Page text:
Kallinitikos  Καλλινίτικος Θράκης –



Inspired by Dimitra Skandali’s exhibition WHISPERS IN MY HANDS


Καλλινίτικος Θράκης – Kallinitikos is a dance from the Black Sea region of Thrace. Kallinitikos comes from the word “kallines” which means “the bride’s friends.” It is a wedding dance that is done while bringing the bride to the church. It is done in triplets: 1 man with 2 women or 1 woman with 2 men with their arms in basket-weave. With this arm hold they fold & unfold without ever separating. In organized performance groups, all triplets follow the same set of specific movements & motion.



For someone like me, who is constantly buried in her head, coming to Paros to be part of Cycladic Arts, Dimitra Skandali’s artist residences, has meant both an inspiration and a trifurcation (a fork in the road that branches into three paths, just like Neptune’s three-pronged pitchfork). This rupture from my daily life has stimulated me to step out of my comfort zone, which, to be honest, has not been so comfortable in these past few years. The three experimental paths that it has help clarify for me are: Language (its discomforts and the need to go beyond it); Decentering humans (getting over the need to be masters over ‘nature’ in favor of a new, rhizomatic horizontality); the need to discover /rediscover neglected modes of Knowledge and from there device forms of communication that may help us move away from the brink.


My artistic/ethical compass is generally set to James Baldwin’s motto “Artists are here to disturb the peace” but this proclamation belies the fact that I have become pretty trite in my artistic practice and lately have been feeling the call of the animal spirits (the kind that provide a constant sound-track to the village of Aliki and seem to be beckoning me day and night, just as the magpies who have called to me over the years that I have been living in Imola). Through their sounds and actions (which we humans call ‘behaviors’) what they have suggested to me is to ask questions about language. Why do we consider it to be the very definition of what it is to be human? Particularly in the 20th century, many disciplines had converged on the idea that the ability to speak, and the attendant writing arts, is what distinguishes humans from the rest of beings. It is the quintessential ‘code’. Homo loquens constitutes our default self-identity vis-à-vis the world, the flora, the fauna, the ‘inanimate world’, the ‘landscape’, the ecosystem. We humans have language, are capable of articulating our thinking processes through language and, in the twentieth century, many have claimed that those very thinking processes arise from language itself and its innate grammar stored in our brains. Lately, the word ‘narration’ has taken hold and it may seem that human beings are nothing but their ‘self-narrations’, the stories they tell about themselves or what others ‘narrate’ about them. But sometimes being between languages, like what has happened to me because of the way my life turned out, prompts you to look at language not as a benign mother (in my case, that so called-mother-language has never nursed me but frankly, I don’t miss her at this point in my life, though in the past it has been a source of suffering). Being in between languages, you might experience language not as something beautiful and an integral benign part of your environment and being, but as something somewhat threatening, lurking in the shadows, that can betray you anytime. I think that being between languages, multiplying one’s relationship to them is an experience encountered by an increasing number of people, and the new generations are already steeped in it. A great many of them seem to accept it cheerfully, wielding with great skill Google translate or DeePL in their audio and visual version, playfully engaging DuoLingo just as they seamlessly turn on Google Maps. Clever way to get around the Tower of Babel lesson that was supposedly handed to us by the Powers That Be thousands of years ago.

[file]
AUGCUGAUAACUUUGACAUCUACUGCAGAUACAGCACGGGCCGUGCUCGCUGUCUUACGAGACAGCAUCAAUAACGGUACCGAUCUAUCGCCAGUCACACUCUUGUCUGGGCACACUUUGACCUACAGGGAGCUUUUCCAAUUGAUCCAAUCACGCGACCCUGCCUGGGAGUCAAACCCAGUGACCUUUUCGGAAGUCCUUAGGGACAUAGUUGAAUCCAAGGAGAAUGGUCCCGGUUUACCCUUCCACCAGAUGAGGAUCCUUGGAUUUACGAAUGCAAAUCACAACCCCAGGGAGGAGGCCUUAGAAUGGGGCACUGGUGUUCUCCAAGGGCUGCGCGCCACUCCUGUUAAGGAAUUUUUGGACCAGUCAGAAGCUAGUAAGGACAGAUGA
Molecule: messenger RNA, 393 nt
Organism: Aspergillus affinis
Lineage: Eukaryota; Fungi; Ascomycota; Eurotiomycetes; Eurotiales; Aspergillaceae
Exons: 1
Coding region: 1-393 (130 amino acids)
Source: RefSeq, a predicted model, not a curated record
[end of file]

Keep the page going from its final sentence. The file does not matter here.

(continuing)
Given the widely held assumptions about the primacy of language, any unease with this foundational idea constitutes a quandary for someone who is a writer and whose building blocks, whose ‘materials’, are words. Precisely because of this personal paradox, stepping into Dimitra’s gallery and her art studio was a revelation for me, I could visualize it as the confluence of materials (MATTER), framing (MIND) and artistic execution (HANDS), in a sort of seamless, chaotic yet harmonious dance, “with their arms in a basket-weave they fold & unfold without ever separating” (MOVEMENT). And for me, another curious coincidence in this idea of the confluence of Matter, Mind and Hands in a dance is that besides language, Motion is another concept that has fascinated me over the years, especially trying to understand the relation between literature and movement, that’s something I have explored especially in my academic writing. Many writers have been fascinated by the topic and have explored it, including Haruki Murakami in his book “What I Talk About When I Talk About Running: A Memoir”. It has been an inspiration to see my co-resident Jonathan Monaghan try to devise motion in animation and projection for imaginary, mythological animals within an imaginary environment, an exemplary to apply the most advanced technologies to the imagination, without feeling frightened by the potential, but rather open to the experimentation it allows.